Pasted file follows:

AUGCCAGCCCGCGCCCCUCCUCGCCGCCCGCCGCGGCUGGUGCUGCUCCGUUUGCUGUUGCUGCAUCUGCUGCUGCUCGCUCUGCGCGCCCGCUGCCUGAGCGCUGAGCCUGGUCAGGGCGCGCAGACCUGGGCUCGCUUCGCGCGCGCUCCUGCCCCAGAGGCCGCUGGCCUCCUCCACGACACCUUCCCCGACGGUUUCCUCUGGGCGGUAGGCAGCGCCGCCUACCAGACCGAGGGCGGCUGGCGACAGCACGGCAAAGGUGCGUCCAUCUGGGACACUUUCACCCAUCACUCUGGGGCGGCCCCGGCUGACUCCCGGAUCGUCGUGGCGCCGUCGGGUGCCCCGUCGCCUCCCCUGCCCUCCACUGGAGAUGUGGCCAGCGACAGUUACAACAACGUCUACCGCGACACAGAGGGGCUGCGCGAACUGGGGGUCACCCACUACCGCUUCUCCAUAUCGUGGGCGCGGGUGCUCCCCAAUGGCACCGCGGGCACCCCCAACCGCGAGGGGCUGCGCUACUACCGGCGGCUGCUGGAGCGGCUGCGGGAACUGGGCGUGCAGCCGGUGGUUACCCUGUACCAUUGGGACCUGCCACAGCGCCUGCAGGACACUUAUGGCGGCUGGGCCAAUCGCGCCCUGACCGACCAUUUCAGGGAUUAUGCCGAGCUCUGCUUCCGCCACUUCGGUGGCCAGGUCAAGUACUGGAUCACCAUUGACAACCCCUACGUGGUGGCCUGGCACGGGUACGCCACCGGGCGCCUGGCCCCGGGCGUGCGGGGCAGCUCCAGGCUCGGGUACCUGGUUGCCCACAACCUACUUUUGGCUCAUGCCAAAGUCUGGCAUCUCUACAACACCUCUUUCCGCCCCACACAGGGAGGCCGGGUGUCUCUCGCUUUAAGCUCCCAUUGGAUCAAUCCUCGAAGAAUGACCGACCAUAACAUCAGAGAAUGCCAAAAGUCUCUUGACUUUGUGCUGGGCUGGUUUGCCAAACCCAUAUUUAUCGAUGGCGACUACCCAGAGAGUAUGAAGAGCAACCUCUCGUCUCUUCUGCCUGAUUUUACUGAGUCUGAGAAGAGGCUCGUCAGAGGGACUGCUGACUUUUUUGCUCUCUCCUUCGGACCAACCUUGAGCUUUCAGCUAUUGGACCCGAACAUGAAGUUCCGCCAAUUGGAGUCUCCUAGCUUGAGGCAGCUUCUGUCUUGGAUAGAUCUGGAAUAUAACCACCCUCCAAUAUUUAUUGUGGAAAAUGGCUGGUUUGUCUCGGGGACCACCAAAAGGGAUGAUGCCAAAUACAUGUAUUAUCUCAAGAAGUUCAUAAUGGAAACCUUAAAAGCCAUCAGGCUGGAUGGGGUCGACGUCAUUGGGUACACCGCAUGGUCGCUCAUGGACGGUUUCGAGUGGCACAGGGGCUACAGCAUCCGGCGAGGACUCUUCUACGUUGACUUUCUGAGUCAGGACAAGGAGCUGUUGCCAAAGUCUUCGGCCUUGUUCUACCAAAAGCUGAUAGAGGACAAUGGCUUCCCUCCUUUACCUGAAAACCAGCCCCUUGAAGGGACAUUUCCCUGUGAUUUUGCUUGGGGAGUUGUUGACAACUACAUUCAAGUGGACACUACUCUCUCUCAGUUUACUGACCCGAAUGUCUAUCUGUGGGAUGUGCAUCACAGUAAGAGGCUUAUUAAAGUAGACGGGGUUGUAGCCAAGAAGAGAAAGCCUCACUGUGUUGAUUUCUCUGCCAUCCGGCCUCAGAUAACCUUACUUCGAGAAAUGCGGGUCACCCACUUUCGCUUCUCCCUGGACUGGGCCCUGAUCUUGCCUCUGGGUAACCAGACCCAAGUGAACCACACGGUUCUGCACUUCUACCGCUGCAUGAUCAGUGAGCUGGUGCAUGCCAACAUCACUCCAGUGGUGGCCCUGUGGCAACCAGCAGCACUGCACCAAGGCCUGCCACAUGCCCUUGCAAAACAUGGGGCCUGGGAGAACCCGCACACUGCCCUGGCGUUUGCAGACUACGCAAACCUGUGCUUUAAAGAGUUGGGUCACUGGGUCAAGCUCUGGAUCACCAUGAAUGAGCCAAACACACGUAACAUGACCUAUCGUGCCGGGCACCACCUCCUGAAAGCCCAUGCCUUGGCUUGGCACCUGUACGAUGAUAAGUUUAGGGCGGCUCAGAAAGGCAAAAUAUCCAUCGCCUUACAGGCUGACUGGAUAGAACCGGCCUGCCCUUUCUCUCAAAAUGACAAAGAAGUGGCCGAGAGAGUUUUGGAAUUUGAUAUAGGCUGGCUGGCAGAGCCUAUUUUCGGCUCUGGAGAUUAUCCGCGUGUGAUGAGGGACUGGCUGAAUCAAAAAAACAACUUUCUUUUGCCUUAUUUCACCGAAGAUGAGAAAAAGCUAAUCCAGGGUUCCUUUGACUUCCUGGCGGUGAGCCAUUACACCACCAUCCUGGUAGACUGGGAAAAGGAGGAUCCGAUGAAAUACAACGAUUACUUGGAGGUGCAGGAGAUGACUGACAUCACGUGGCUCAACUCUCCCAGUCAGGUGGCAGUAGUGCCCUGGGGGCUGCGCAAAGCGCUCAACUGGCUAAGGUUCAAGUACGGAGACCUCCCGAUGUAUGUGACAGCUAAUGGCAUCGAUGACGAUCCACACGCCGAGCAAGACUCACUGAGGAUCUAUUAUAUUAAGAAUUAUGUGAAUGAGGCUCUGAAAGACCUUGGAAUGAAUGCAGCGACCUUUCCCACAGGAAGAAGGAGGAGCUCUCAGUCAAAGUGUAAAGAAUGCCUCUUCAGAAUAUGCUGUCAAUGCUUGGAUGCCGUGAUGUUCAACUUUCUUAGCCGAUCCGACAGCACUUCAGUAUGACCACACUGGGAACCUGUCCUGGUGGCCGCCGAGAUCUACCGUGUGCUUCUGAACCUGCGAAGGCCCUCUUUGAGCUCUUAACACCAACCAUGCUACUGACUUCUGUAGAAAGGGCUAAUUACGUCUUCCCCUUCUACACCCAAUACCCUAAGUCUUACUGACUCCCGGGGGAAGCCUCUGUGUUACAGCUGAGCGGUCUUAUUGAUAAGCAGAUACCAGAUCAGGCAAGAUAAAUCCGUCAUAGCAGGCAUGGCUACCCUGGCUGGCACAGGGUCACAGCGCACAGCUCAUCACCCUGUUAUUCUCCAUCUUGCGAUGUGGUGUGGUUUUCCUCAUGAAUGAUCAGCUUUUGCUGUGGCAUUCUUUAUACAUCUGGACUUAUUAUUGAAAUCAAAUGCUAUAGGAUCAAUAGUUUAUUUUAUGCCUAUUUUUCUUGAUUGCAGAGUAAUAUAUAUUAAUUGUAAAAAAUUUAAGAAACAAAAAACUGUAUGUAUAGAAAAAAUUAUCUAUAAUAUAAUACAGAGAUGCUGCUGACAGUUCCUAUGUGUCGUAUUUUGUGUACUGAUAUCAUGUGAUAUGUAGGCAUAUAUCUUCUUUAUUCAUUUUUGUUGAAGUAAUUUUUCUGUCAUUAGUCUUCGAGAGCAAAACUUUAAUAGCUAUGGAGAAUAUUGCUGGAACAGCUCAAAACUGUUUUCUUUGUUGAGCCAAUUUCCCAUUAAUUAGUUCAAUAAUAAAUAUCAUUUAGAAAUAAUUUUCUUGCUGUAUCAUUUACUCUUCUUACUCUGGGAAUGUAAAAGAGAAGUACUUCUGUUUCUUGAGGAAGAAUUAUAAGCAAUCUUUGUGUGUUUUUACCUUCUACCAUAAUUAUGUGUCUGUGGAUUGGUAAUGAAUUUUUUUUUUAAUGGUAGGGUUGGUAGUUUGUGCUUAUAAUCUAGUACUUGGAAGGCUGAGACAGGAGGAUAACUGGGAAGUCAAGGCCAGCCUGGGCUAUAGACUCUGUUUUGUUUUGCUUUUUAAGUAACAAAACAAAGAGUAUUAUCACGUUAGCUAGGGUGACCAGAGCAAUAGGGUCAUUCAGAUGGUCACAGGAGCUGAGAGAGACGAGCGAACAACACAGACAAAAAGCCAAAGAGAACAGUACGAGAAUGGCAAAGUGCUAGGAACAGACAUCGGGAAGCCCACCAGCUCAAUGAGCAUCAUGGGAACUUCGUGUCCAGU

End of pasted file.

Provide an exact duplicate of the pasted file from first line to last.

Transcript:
AUGCCAGCCCGCGCCCCUCCUCGCCGCCCGCCGCGGCUGGUGCUGCUCCGUUUGCUGUUGCUGCAUCUGCUGCUGCUCGCUCUGCGCGCCCGCUGCCUGAGCGCUGAGCCUGGUCAGGGCGCGCAGACCUGGGCUCGCUUCGCGCGCGCUCCUGCCCCAGAGGCCGCUGGCCUCCUCCACGACACCUUCCCCGACGGUUUCCUCUGGGCGGUAGGCAGCGCCGCCUACCAGACCGAGGGCGGCUGGCGACAGCACGGCAAAGGUGCGUCCAUCUGGGACACUUUCACCCAUCACUCUGGGGCGGCCCCGGCUGACUCCCGGAUCGUCGUGGCGCCGUCGGGUGCCCCGUCGCCUCCCCUGCCCUCCACUGGAGAUGUGGCCAGCGACAGUUACAACAACGUCUACCGCGACACAGAGGGGCUGCGCGAACUGGGGGUCACCCACUACCGCUUCUCCAUAUCGUGGGCGCGGGUGCUCCCCAAUGGCACCGCGGGCACCCCCAACCGCGAGGGGCUGCGCUACUACCGGCGGCUGCUGGAGCGGCUGCGGGAACUGGGCGUGCAGCCGGUGGUUACCCUGUACCAUUGGGACCUGCCACAGCGCCUGCAGGACACUUAUGGCGGCUGGGCCAAUCGCGCCCUGACCGACCAUUUCAGGGAUUAUGCCGAGCUCUGCUUCCGCCACUUCGGUGGCCAGGUCAAGUACUGGAUCACCAUUGACAACCCCUACGUGGUGGCCUGGCACGGGUACGCCACCGGGCGCCUGGCCCCGGGCGUGCGGGGCAGCUCCAGGCUCGGGUACCUGGUUGCCCACAACCUACUUUUGGCUCAUGCCAAAGUCUGGCAUCUCUACAACACCUCUUUCCGCCCCACACAGGGAGGCCGGGUGUCUCUCGCUUUAAGCUCCCAUUGGAUCAAUCCUCGAAGAAUGACCGACCAUAACAUCAGAGAAUGCCAAAAGUCUCUUGACUUUGUGCUGGGCUGGUUUGCCAAACCCAUAUUUAUCGAUGGCGACUACCCAGAGAGUAUGAAGAGCAACCUCUCGUCUCUUCUGCCUGAUUUUACUGAGUCUGAGAAGAGGCUCGUCAGAGGGACUGCUGACUUUUUUGCUCUCUCCUUCGGACCAACCUUGAGCUUUCAGCUAUUGGACCCGAACAUGAAGUUCCGCCAAUUGGAGUCUCCUAGCUUGAGGCAGCUUCUGUCUUGGAUAGAUCUGGAAUAUAACCACCCUCCAAUAUUUAUUGUGGAAAAUGGCUGGUUUGUCUCGGGGACCACCAAAAGGGAUGAUGCCAAAUACAUGUAUUAUCUCAAGAAGUUCAUAAUGGAAACCUUAAAAGCCAUCAGGCUGGAUGGGGUCGACGUCAUUGGGUACACCGCAUGGUCGCUCAUGGACGGUUUCGAGUGGCACAGGGGCUACAGCAUCCGGCGAGGACUCUUCUACGUUGACUUUCUGAGUCAGGACAAGGAGCUGUUGCCAAAGUCUUCGGCCUUGUUCUACCAAAAGCUGAUAGAGGACAAUGGCUUCCCUCCUUUACCUGAAAACCAGCCCCUUGAAGGGACAUUUCCCUGUGAUUUUGCUUGGGGAGUUGUUGACAACUACAUUCAAGUGGACACUACUCUCUCUCAGUUUACUGACCCGAAUGUCUAUCUGUGGGAUGUGCAUCACAGUAAGAGGCUUAUUAAAGUAGACGGGGUUGUAGCCAAGAAGAGAAAGCCUCACUGUGUUGAUUUCUCUGCCAUCCGGCCUCAGAUAACCUUACUUCGAGAAAUGCGGGUCACCCACUUUCGCUUCUCCCUGGACUGGGCCCUGAUCUUGCCUCUGGGUAACCAGACCCAAGUGAACCACACGGUUCUGCACUUCUACCGCUGCAUGAUCAGUGAGCUGGUGCAUGCCAACAUCACUCCAGUGGUGGCCCUGUGGCAACCAGCAGCACUGCACCAAGGCCUGCCACAUGCCCUUGCAAAACAUGGGGCCUGGGAGAACCCGCACACUGCCCUGGCGUUUGCAGACUACGCAAACCUGUGCUUUAAAGAGUUGGGUCACUGGGUCAAGCUCUGGAUCACCAUGAAUGAGCCAAACACACGUAACAUGACCUAUCGUGCCGGGCACCACCUCCUGAAAGCCCAUGCCUUGGCUUGGCACCUGUACGAUGAUAAGUUUAGGGCGGCUCAGAAAGGCAAAAUAUCCAUCGCCUUACAGGCUGACUGGAUAGAACCGGCCUGCCCUUUCUCUCAAAAUGACAAAGAAGUGGCCGAGAGAGUUUUGGAAUUUGAUAUAGGCUGGCUGGCAGAGCCUAUUUUCGGCUCUGGAGAUUAUCCGCGUGUGAUGAGGGACUGGCUGAAUCAAAAAAACAACUUUCUUUUGCCUUAUUUCACCGAAGAUGAGAAAAAGCUAAUCCAGGGUUCCUUUGACUUCCUGGCGGUGAGCCAUUACACCACCAUCCUGGUAGACUGGGAAAAGGAGGAUCCGAUGAAAUACAACGAUUACUUGGAGGUGCAGGAGAUGACUGACAUCACGUGGCUCAACUCUCCCAGUCAGGUGGCAGUAGUGCCCUGGGGGCUGCGCAAAGCGCUCAACUGGCUAAGGUUCAAGUACGGAGACCUCCCGAUGUAUGUGACAGCUAAUGGCAUCGAUGACGAUCCACACGCCGAGCAAGACUCACUGAGGAUCUAUUAUAUUAAGAAUUAUGUGAAUGAGGCUCUGAAAGACCUUGGAAUGAAUGCAGCGACCUUUCCCACAGGAAGAAGGAGGAGCUCUCAGUCAAAGUGUAAAGAAUGCCUCUUCAGAAUAUGCUGUCAAUGCUUGGAUGCCGUGAUGUUCAACUUUCUUAGCCGAUCCGACAGCACUUCAGUAUGACCACACUGGGAACCUGUCCUGGUGGCCGCCGAGAUCUACCGUGUGCUUCUGAACCUGCGAAGGCCCUCUUUGAGCUCUUAACACCAACCAUGCUACUGACUUCUGUAGAAAGGGCUAAUUACGUCUUCCCCUUCUACACCCAAUACCCUAAGUCUUACUGACUCCCGGGGGAAGCCUCUGUGUUACAGCUGAGCGGUCUUAUUGAUAAGCAGAUACCAGAUCAGGCAAGAUAAAUCCGUCAUAGCAGGCAUGGCUACCCUGGCUGGCACAGGGUCACAGCGCACAGCUCAUCACCCUGUUAUUCUCCAUCUUGCGAUGUGGUGUGGUUUUCCUCAUGAAUGAUCAGCUUUUGCUGUGGCAUUCUUUAUACAUCUGGACUUAUUAUUGAAAUCAAAUGCUAUAGGAUCAAUAGUUUAUUUUAUGCCUAUUUUUCUUGAUUGCAGAGUAAUAUAUAUUAAUUGUAAAAAAUUUAAGAAACAAAAAACUGUAUGUAUAGAAAAAAUUAUCUAUAAUAUAAUACAGAGAUGCUGCUGACAGUUCCUAUGUGUCGUAUUUUGUGUACUGAUAUCAUGUGAUAUGUAGGCAUAUAUCUUCUUUAUUCAUUUUUGUUGAAGUAAUUUUUCUGUCAUUAGUCUUCGAGAGCAAAACUUUAAUAGCUAUGGAGAAUAUUGCUGGAACAGCUCAAAACUGUUUUCUUUGUUGAGCCAAUUUCCCAUUAAUUAGUUCAAUAAUAAAUAUCAUUUAGAAAUAAUUUUCUUGCUGUAUCAUUUACUCUUCUUACUCUGGGAAUGUAAAAGAGAAGUACUUCUGUUUCUUGAGGAAGAAUUAUAAGCAAUCUUUGUGUGUUUUUACCUUCUACCAUAAUUAUGUGUCUGUGGAUUGGUAAUGAAUUUUUUUUUUAAUGGUAGGGUUGGUAGUUUGUGCUUAUAAUCUAGUACUUGGAAGGCUGAGACAGGAGGAUAACUGGGAAGUCAAGGCCAGCCUGGGCUAUAGACUCUGUUUUGUUUUGCUUUUUAAGUAACAAAACAAAGAGUAUUAUCACGUUAGCUAGGGUGACCAGAGCAAUAGGGUCAUUCAGAUGGUCACAGGAGCUGAGAGAGACGAGCGAACAACACAGACAAAAAGCCAAAGAGAACAGUACGAGAAUGGCAAAGUGCUAGGAACAGACAUCGGGAAGCCCACCAGCUCAAUGAGCAUCAUGGGAACUUCGUGUCCAGU